Next year, several car manufacturers will start selling their first fleets of hydrogen-cell electric cars to the general public.
Powered by hydrogen fuel cells that produce electricity by combining oxygen from the air and hydrogen into water, this new generation of vehicles might finally free personal transport from polluting emissions.
However, harnessing the power of hydrogen fuel cells means that cars will have to be equipped with fuel tanks capable of safely containing the explosive hydrogen under high pressure.
Not only that, we’ll need a new network of filling stations with pumps and conduits tailored to the distribution of hydrogen gas – and high safety standards to make sure they don’t go boom.
That’s all very well, but in itself it doesn’t make hydrogen a sustainable fuel. For that, we’ll need to be able to produce the gas in a clean, environmentally friendly way.
Currently, hydrogen is produced using predominantly fossil fuel resources such as gas, coal, and oil. As long as this is the case, vehicles running on hydrogen will continue to contribute to atmospheric CO2.
But imagine if hydrogen was produced using renewable energy sources like solar or wind power; if the only carbon dioxide that was used in the process was pumped out of the atmosphere; and if hydrogen could be stored as a non-flammable, non-explosive liquid that was easy to distribute using existing pipes and pumps.
As it turns out, such a liquid actually exists – and ants came across it long before we did. Formic acid, which is a main compound of ant venom, is increasingly considered to be one of the most efficient and safe ways to store hydrogen. We have a long history of using formic acid in industry and agriculture.
It even finds its way into food, where it is used as a spice flavouring for beverages and ice creams. In Europe it’s referred to as “E236” in the ingredient list.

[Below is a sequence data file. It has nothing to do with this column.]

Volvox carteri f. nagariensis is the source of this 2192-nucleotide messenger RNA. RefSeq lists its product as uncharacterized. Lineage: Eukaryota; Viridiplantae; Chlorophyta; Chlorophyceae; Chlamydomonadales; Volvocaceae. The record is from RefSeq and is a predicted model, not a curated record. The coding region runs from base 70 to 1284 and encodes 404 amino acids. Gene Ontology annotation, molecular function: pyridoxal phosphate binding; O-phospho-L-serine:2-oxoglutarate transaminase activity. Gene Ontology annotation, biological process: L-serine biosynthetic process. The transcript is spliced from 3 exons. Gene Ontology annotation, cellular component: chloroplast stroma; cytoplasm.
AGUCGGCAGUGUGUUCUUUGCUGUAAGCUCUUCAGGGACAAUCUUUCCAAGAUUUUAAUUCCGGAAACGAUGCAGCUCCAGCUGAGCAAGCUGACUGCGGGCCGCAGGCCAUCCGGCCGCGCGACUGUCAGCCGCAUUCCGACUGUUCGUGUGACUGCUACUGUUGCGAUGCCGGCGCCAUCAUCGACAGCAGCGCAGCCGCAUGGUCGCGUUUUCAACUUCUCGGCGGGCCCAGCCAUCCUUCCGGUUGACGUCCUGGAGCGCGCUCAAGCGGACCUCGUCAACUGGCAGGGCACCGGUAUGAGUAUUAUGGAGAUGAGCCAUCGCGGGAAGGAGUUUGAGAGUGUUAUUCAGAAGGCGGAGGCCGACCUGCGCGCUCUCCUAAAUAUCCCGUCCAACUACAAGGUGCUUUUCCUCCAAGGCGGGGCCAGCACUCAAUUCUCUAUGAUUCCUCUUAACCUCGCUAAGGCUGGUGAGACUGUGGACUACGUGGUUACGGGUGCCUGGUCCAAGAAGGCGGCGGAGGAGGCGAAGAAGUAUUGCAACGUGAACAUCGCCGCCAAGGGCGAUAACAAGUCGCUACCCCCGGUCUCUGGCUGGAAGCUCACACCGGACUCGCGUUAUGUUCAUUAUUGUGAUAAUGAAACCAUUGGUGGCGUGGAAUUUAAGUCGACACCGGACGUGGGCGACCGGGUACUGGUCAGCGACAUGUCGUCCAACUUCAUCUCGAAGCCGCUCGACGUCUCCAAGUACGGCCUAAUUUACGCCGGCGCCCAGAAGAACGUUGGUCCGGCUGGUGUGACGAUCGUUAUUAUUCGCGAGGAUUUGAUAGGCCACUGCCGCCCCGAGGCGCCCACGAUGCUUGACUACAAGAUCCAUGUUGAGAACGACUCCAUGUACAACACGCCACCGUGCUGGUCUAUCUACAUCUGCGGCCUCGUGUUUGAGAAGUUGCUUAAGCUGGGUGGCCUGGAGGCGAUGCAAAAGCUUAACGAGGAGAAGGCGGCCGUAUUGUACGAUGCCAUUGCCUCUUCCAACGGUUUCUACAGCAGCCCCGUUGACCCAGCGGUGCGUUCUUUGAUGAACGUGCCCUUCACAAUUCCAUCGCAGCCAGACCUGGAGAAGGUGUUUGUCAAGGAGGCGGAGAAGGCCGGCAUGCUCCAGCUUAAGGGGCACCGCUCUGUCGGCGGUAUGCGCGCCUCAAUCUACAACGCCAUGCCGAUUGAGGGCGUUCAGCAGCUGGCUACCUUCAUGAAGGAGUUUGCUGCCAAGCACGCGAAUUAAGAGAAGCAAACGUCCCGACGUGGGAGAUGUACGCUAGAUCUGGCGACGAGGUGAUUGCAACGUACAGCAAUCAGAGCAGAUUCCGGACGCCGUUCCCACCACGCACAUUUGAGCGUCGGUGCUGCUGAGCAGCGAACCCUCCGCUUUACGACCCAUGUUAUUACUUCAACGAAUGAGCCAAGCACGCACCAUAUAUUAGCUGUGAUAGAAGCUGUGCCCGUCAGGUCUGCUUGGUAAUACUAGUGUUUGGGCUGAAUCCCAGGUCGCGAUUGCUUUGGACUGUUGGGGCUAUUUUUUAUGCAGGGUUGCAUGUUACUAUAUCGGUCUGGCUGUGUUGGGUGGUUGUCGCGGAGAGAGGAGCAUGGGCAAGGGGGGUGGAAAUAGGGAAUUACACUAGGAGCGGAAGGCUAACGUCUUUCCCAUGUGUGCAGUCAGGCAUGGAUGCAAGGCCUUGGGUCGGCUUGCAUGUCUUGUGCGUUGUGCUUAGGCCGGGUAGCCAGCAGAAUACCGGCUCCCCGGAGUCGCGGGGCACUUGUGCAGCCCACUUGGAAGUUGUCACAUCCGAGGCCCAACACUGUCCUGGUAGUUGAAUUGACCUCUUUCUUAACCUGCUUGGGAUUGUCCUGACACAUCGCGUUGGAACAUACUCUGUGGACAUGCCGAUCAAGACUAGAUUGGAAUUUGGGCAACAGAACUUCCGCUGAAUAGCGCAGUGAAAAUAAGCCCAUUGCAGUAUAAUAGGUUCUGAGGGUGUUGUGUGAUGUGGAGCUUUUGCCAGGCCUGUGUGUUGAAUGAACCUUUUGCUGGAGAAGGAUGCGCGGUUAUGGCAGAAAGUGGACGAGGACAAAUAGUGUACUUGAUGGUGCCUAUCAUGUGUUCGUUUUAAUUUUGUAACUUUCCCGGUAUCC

But ants developed it first, and it is what gives them their sometimes-painful sting.
Written out as HCO2H, it is easy to see that each molecule of formic acid carries one molecule of carbon dioxide (CO2), and one molecule of hydrogen (H2).
In fact, at 53g of hydrogen per litre, formic acid is twice as rich in hydrogen as pure hydrogen gas, compressed into the same volume under a pressure of 350 bars.
So why aren’t we using it to power our cars already? Because until now, it has been a challenge to find efficient, clean and reliable ways to produce formic acid, and then break it apart again to feed its hydrogen into hydrogen fuel cells.
What’s more, formic acid can be stored almost indefinitely as a liquid at ambient temperatures. It is non-flammable when diluted with water, and it is also transparent and safe to handle.
But over the past years, my lab at EPFL has developed and patented the necessary chemical processes to efficiently produce formic acid.
Our first success came back in 2006, when we developed a catalytic process that breaks up formic acid into carbon dioxide and hydrogen. This opened the door for using formic acid as an energy carrier, for example in motor vehicles.
Producing it sustainably was a tougher nut to crack. But in June this year we published a report outlining a single-step catalysis process to do exactly that.
Just like plants, all we need is atmospheric carbon dioxide and sunlight. While carbon dioxide can be extracted from the atmosphere or recycled from the fumes from industrial chimneys, we can also use any form of renewable energy to produce the hydrogen we need by splitting water through electrolysis into its basic components: hydrogen and oxygen.
Now we’ve solved the chemistry, we have to turn to engineering to develop emission-free transport systems. Our hope is that by drawing inspiration from ants and plants, we could eventually recapture the carbon dioxide lost when the formic acid is split up, and reuse it to produce even more formic acid.
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